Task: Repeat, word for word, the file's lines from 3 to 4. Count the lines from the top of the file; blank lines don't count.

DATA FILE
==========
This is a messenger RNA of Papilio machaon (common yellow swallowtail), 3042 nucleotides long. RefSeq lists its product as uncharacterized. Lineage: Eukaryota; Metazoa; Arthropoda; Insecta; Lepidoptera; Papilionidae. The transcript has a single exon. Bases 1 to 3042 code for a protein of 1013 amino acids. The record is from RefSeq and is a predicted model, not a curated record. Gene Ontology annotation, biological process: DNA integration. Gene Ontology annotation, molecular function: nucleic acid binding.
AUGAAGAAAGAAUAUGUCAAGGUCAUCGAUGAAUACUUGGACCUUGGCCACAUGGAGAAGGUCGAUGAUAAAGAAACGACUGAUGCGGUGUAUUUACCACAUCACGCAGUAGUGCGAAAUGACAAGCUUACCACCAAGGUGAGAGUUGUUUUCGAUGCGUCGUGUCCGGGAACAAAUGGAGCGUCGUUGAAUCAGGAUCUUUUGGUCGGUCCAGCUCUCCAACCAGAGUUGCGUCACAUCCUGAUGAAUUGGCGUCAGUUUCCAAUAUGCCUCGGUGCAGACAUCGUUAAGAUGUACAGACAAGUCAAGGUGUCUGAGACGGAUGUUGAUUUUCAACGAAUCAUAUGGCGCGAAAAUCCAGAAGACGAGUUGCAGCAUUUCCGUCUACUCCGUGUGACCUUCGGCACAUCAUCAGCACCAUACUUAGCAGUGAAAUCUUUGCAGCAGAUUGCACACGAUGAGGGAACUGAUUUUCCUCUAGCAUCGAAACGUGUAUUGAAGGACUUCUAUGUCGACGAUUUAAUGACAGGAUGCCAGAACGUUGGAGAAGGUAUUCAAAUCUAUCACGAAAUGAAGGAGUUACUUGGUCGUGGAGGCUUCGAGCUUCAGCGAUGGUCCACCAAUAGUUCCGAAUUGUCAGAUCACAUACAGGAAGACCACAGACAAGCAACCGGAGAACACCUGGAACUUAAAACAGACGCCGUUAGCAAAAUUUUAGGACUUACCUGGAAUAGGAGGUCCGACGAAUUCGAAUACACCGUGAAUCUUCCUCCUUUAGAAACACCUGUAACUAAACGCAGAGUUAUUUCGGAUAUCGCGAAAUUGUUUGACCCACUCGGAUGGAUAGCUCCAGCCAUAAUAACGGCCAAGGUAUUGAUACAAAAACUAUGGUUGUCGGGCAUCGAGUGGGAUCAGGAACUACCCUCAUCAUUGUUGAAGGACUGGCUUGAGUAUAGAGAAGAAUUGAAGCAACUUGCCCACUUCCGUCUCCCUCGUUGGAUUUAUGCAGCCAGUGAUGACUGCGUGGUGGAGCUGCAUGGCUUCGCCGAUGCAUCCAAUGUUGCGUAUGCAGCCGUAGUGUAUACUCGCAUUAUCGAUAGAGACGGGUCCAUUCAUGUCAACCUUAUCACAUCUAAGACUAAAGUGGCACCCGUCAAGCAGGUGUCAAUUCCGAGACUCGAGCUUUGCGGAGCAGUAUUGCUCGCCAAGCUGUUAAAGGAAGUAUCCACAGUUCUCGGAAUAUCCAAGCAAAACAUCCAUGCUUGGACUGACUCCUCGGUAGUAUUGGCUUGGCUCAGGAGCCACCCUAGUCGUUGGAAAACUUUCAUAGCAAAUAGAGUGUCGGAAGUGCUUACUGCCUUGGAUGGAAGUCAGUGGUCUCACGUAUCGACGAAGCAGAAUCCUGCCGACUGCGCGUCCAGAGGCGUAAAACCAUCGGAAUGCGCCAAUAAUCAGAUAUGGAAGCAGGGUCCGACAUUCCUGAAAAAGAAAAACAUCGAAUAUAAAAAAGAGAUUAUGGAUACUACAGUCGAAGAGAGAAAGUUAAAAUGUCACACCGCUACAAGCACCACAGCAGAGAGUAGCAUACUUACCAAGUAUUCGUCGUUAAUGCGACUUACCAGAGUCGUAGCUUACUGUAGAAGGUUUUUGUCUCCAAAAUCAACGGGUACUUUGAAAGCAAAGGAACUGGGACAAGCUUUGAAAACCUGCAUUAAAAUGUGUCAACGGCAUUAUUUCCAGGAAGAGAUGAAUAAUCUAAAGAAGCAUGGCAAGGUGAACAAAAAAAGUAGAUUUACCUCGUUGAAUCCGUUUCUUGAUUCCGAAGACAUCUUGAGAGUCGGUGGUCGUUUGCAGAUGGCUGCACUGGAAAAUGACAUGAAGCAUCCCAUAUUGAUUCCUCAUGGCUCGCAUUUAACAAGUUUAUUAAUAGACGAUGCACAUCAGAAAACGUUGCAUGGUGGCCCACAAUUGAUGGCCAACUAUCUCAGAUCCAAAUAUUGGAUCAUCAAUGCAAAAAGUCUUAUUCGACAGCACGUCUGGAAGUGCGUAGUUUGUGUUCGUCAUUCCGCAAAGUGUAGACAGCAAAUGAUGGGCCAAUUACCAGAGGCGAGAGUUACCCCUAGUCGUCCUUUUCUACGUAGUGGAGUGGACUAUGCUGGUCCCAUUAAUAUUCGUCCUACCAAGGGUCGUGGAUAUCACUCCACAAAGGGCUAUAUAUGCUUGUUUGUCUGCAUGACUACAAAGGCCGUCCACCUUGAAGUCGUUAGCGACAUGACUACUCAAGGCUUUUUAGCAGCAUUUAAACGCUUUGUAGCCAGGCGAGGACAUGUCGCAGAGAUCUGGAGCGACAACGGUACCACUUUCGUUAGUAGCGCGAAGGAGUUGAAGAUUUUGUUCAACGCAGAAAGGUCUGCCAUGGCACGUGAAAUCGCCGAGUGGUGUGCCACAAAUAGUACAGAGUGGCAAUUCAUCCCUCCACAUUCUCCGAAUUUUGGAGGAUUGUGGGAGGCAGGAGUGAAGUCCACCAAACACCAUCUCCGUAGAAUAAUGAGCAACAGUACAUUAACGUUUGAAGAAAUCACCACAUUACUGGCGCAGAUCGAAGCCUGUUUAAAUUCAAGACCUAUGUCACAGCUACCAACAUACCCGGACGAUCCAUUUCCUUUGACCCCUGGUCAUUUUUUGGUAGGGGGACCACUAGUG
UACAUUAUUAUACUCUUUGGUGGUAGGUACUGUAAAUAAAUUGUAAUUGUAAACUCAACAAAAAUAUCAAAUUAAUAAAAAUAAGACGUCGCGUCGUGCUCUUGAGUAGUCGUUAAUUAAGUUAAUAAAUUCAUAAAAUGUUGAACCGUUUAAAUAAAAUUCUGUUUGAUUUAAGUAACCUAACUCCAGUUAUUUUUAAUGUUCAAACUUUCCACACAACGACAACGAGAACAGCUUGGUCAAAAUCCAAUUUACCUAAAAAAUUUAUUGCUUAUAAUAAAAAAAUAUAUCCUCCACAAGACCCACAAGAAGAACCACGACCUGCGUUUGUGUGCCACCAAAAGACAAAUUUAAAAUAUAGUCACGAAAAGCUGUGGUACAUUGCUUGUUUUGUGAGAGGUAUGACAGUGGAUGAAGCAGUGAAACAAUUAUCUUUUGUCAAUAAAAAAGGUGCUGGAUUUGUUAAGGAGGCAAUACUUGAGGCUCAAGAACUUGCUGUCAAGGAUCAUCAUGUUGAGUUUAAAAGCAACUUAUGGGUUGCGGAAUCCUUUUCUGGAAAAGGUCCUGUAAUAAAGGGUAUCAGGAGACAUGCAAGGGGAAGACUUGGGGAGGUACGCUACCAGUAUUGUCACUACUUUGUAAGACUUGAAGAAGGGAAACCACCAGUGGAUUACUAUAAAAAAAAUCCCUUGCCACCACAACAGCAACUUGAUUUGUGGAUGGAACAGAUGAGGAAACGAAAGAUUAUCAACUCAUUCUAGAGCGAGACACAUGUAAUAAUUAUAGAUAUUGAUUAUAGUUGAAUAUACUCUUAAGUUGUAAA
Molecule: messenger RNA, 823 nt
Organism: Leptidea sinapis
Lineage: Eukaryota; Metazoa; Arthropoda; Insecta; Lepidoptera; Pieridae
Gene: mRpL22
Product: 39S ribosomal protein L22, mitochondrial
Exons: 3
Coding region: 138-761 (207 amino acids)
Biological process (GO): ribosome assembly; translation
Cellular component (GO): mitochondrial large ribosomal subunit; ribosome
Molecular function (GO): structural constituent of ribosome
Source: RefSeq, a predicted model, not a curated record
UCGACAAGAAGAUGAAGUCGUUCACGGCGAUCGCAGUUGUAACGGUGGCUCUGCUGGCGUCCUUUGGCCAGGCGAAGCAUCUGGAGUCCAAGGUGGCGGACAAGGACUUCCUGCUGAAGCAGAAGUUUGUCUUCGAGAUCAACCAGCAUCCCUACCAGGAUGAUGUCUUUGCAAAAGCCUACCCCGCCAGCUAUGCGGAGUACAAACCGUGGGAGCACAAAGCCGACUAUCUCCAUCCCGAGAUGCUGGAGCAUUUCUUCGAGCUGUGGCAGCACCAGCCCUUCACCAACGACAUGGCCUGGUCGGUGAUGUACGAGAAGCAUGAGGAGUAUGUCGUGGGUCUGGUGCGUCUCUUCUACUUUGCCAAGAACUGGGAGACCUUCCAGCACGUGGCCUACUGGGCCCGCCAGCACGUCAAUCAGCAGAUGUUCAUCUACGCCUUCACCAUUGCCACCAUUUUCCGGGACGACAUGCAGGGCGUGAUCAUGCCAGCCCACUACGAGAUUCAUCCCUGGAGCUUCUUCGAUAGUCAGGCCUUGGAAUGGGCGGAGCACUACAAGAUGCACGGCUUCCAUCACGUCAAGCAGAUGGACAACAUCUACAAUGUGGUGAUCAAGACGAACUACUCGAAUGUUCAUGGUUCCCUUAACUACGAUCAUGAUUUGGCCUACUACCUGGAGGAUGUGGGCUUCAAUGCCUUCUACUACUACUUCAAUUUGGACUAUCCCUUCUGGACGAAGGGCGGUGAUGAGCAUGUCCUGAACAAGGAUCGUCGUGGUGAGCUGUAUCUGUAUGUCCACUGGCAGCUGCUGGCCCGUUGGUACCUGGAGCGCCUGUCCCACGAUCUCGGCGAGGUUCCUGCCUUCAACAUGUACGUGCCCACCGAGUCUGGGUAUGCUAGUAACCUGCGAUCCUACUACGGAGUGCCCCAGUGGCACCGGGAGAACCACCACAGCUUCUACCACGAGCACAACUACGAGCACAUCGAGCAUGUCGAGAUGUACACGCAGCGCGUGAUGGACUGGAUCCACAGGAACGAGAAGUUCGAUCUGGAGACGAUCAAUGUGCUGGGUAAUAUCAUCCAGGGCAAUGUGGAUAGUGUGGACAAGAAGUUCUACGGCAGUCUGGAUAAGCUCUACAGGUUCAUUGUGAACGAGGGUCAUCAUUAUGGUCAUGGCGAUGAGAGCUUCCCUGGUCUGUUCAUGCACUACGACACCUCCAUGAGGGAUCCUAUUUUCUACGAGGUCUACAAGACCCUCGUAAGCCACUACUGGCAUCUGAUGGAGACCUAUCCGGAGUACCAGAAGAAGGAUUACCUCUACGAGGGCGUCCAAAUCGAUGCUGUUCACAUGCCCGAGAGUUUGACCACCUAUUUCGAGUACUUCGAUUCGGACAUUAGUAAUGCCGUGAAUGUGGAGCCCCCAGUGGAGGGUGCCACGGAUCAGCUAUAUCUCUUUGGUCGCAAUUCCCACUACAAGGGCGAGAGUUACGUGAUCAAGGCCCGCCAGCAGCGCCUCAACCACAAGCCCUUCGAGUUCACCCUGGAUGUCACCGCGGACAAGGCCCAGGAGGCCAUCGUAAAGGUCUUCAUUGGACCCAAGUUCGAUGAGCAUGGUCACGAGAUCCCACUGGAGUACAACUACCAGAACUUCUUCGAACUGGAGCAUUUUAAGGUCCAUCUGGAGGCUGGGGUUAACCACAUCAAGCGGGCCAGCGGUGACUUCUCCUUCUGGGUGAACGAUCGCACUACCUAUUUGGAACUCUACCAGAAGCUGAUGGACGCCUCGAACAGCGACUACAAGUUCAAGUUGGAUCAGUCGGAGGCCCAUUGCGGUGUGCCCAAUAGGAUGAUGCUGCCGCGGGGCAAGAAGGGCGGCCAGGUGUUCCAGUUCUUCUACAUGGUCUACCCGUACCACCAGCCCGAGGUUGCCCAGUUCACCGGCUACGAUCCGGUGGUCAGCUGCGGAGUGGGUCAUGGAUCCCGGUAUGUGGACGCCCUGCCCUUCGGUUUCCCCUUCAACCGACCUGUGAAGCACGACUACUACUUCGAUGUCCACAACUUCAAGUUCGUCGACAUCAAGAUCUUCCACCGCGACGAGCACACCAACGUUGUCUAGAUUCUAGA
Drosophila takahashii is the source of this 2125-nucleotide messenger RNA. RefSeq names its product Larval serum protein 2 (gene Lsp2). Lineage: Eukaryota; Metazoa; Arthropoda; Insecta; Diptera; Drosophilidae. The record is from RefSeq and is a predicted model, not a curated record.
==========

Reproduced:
UACAUUAUUAUACUCUUUGGUGGUAGGUACUGUAAAUAAAUUGUAAUUGUAAACUCAACAAAAAUAUCAAAUUAAUAAAAAUAAGACGUCGCGUCGUGCUCUUGAGUAGUCGUUAAUUAAGUUAAUAAAUUCAUAAAAUGUUGAACCGUUUAAAUAAAAUUCUGUUUGAUUUAAGUAACCUAACUCCAGUUAUUUUUAAUGUUCAAACUUUCCACACAACGACAACGAGAACAGCUUGGUCAAAAUCCAAUUUACCUAAAAAAUUUAUUGCUUAUAAUAAAAAAAUAUAUCCUCCACAAGACCCACAAGAAGAACCACGACCUGCGUUUGUGUGCCACCAAAAGACAAAUUUAAAAUAUAGUCACGAAAAGCUGUGGUACAUUGCUUGUUUUGUGAGAGGUAUGACAGUGGAUGAAGCAGUGAAACAAUUAUCUUUUGUCAAUAAAAAAGGUGCUGGAUUUGUUAAGGAGGCAAUACUUGAGGCUCAAGAACUUGCUGUCAAGGAUCAUCAUGUUGAGUUUAAAAGCAACUUAUGGGUUGCGGAAUCCUUUUCUGGAAAAGGUCCUGUAAUAAAGGGUAUCAGGAGACAUGCAAGGGGAAGACUUGGGGAGGUACGCUACCAGUAUUGUCACUACUUUGUAAGACUUGAAGAAGGGAAACCACCAGUGGAUUACUAUAAAAAAAAUCCCUUGCCACCACAACAGCAACUUGAUUUGUGGAUGGAACAGAUGAGGAAACGAAAGAUUAUCAACUCAUUCUAGAGCGAGACACAUGUAAUAAUUAUAGAUAUUGAUUAUAGUUGAAUAUACUCUUAAGUUGUAAA
Molecule: messenger RNA, 823 nt